[Tweeters] monetizing a stakeout

Gary Bletsch garybletsch at yahoo.com
Thu Mar 31 20:24:00 PDT 2022

Dear Tweeters,
On the topic of monetizing a stakeout, here is a precedent from the Lone Star State. In 2003, while I was down there birding with a couple of other chaps, we heard tell of a Blue Mockingbird staked out in the very birdy yard of a Mr. Williams, in the town of Pharr, Texas.
One of the guys balked at the idea of paying to see a bird, so he went off birding somewhere else. The other agreed to come with me to Mr. Williams's house. When we got there, there was nobody home; no sign of other birders did we see. At the end of the driveway was a table set up with a guest register, directions to the bird's favored haunts, and a coffee can with a slot in the lid. 
At this point, the other guy suggested that we hold off on paying, until such time as we actually saw the bird.
"Are you crazy?" I remonstrated. "If we do that, we're sure to dip on it! I'm payin' right now!"
He reluctantly ponied up his fee. It was either five or ten bucks apiece.
It took us only a few minutes to find the bird. Tick!
I don't remember whether the money went to Mr. Williams's general fund, or whether it was earmarked for some nobler cause. Either way, it was a straightforward transaction.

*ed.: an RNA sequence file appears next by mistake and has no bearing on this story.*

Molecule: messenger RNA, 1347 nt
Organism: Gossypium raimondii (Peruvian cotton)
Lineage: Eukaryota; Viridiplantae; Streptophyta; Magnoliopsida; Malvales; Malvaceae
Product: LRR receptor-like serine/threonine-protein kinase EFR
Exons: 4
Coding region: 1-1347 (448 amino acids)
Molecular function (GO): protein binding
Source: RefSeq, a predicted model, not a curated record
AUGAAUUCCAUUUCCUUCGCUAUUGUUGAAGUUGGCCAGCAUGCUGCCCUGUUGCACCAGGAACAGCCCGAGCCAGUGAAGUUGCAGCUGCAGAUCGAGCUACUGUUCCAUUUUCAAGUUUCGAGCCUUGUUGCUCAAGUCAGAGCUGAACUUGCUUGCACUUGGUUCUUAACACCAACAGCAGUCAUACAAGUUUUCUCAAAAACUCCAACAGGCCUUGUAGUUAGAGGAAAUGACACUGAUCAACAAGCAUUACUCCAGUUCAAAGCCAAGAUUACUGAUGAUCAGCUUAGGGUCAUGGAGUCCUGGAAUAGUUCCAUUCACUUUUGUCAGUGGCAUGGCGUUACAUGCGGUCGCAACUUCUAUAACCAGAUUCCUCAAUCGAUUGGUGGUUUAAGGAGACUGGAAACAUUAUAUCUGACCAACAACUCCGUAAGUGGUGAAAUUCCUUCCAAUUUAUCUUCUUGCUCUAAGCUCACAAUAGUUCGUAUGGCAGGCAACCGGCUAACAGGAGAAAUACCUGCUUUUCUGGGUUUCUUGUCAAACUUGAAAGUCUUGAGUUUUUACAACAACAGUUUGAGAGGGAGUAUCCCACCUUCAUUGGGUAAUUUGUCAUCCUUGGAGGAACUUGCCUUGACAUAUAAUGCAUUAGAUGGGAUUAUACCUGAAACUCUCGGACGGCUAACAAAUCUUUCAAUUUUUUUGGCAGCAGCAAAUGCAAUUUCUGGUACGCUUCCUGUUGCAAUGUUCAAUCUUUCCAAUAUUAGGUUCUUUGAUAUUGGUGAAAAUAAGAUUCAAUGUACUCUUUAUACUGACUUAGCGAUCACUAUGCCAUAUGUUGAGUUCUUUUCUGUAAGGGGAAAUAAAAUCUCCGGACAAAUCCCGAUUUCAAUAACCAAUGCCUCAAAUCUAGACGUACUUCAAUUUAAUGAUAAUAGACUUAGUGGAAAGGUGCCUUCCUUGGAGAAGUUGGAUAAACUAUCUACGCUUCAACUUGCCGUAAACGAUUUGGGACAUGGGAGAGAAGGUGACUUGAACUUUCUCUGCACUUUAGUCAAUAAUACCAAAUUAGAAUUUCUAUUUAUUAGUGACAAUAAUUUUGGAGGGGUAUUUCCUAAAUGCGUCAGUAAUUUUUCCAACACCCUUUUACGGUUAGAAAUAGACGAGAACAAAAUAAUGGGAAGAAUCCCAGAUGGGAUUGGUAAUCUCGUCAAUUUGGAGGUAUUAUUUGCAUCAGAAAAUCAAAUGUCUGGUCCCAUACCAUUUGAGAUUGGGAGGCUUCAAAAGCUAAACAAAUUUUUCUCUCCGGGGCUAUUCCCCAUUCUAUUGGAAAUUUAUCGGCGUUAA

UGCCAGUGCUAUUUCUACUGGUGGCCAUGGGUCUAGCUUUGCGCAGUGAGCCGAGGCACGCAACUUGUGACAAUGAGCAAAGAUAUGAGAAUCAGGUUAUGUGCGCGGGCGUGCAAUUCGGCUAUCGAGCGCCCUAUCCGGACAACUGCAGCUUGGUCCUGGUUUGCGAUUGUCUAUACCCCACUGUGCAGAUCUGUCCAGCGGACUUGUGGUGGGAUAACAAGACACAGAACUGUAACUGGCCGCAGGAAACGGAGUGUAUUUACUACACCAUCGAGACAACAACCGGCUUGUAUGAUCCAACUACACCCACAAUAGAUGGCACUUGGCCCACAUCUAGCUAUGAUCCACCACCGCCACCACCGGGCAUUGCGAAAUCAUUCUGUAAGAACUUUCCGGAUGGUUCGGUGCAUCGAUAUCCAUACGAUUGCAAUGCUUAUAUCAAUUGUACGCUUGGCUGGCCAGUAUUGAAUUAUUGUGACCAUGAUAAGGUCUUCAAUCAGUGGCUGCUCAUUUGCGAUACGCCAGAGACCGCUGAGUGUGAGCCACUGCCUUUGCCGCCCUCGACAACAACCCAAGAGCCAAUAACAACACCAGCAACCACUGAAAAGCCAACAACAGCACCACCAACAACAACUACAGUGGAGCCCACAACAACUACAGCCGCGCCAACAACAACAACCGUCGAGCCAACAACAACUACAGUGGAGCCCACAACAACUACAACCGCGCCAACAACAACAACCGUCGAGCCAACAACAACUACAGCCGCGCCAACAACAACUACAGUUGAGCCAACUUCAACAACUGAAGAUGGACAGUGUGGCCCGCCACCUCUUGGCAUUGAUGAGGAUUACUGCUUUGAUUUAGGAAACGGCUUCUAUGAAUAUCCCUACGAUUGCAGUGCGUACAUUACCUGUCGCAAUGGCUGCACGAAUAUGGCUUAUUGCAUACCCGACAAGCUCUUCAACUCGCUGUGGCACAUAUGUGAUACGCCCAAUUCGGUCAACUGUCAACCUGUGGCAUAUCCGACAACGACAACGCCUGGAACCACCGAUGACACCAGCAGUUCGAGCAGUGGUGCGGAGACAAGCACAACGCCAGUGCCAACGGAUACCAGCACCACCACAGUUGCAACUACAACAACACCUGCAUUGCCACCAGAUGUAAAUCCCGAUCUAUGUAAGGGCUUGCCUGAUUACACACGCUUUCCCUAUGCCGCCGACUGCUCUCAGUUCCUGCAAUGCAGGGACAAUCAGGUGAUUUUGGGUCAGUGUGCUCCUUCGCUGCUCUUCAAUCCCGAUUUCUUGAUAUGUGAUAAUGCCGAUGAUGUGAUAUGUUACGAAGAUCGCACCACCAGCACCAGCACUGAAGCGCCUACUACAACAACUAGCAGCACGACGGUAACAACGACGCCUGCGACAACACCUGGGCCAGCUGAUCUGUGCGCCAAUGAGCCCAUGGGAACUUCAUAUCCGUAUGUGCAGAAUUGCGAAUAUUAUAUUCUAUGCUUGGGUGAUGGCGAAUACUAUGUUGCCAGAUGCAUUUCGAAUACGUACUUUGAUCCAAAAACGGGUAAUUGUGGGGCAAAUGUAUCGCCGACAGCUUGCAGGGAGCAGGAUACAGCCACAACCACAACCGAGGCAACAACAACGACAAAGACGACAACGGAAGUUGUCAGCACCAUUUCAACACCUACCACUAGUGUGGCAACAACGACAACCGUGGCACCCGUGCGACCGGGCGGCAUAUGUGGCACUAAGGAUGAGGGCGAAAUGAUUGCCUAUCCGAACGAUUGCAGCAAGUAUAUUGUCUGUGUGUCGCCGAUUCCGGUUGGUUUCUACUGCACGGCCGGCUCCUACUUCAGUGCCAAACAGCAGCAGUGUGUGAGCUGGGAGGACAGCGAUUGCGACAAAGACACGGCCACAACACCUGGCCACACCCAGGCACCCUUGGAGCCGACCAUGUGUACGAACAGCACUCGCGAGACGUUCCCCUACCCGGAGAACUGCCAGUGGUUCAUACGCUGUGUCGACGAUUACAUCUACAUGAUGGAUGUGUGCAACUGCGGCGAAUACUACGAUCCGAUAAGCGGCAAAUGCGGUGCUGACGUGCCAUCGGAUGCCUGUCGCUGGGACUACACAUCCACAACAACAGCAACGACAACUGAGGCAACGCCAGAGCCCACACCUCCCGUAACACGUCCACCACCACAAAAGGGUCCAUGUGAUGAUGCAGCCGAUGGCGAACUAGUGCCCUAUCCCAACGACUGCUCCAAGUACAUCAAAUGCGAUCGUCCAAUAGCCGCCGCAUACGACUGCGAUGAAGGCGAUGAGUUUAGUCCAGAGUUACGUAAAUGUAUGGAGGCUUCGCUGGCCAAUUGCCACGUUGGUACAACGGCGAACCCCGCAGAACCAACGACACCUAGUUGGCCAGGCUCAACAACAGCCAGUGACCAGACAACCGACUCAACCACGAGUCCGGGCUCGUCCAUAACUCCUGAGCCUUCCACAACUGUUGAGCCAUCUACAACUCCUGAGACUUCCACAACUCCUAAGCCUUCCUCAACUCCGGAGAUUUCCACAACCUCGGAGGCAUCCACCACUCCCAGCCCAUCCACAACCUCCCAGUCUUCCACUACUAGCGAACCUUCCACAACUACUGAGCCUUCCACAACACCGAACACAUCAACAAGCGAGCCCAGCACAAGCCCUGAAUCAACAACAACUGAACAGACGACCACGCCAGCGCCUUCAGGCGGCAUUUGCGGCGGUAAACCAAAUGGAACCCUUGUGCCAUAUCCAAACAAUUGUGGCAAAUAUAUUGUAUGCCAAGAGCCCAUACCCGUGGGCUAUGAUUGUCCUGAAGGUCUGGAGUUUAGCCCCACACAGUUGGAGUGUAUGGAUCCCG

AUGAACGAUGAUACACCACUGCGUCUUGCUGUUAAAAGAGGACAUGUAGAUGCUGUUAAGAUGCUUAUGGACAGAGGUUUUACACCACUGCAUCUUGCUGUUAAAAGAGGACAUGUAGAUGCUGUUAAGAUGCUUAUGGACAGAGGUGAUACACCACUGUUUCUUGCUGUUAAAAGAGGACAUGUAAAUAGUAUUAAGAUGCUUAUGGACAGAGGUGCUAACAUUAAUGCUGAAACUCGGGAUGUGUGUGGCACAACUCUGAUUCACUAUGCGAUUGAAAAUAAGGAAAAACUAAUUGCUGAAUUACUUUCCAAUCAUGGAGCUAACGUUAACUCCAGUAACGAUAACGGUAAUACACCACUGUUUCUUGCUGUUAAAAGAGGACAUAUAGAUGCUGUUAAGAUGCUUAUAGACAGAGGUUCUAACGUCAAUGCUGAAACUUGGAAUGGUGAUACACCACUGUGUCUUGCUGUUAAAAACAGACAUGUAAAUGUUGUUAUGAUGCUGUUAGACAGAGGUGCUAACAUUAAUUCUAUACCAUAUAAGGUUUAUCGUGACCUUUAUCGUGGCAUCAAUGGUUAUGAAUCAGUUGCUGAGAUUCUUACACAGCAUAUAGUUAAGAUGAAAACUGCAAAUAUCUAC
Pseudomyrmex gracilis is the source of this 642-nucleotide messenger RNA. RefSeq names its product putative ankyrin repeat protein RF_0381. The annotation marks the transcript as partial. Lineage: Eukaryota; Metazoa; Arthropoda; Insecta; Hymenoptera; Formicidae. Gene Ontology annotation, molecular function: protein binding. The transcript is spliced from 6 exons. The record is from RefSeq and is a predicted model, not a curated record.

It might be tricky to run this sort of arrangement in some neighborhoods, in this day of porch piracy, but I am sure it could be done. If such a rarity were to show up at my place, I'd consider having a donation system set up for Skagit Land Trust. I didn't do that when I had the Black-chinned Hummingbird here, but I probably could have. A sliding scale might be one way to approach it.
One last thing. A number of years ago, I followed up on a report of a Yellow-headed Blackbird. It had been reported from a country road up in Marblemount. I never did find that bird. As I was walking up that road, a man stumbled out of a single-wide mobile home, carrying a can of beer. In an amiable haze of intoxication, he asked what I was doing. When I told him that I was looking for a Yellow-headed Blackbird, and explained what that was, he scratched his head. Then he asked, "Might there be any money in that?"
It saddened me to inform him that, no, there is very little money to be made in guiding people to Yellow-headed Blackbirds. I always think of that conversation when I pass by that mobile home. It is still mouldering away up there.
Yours truly,
Gary Bletsch
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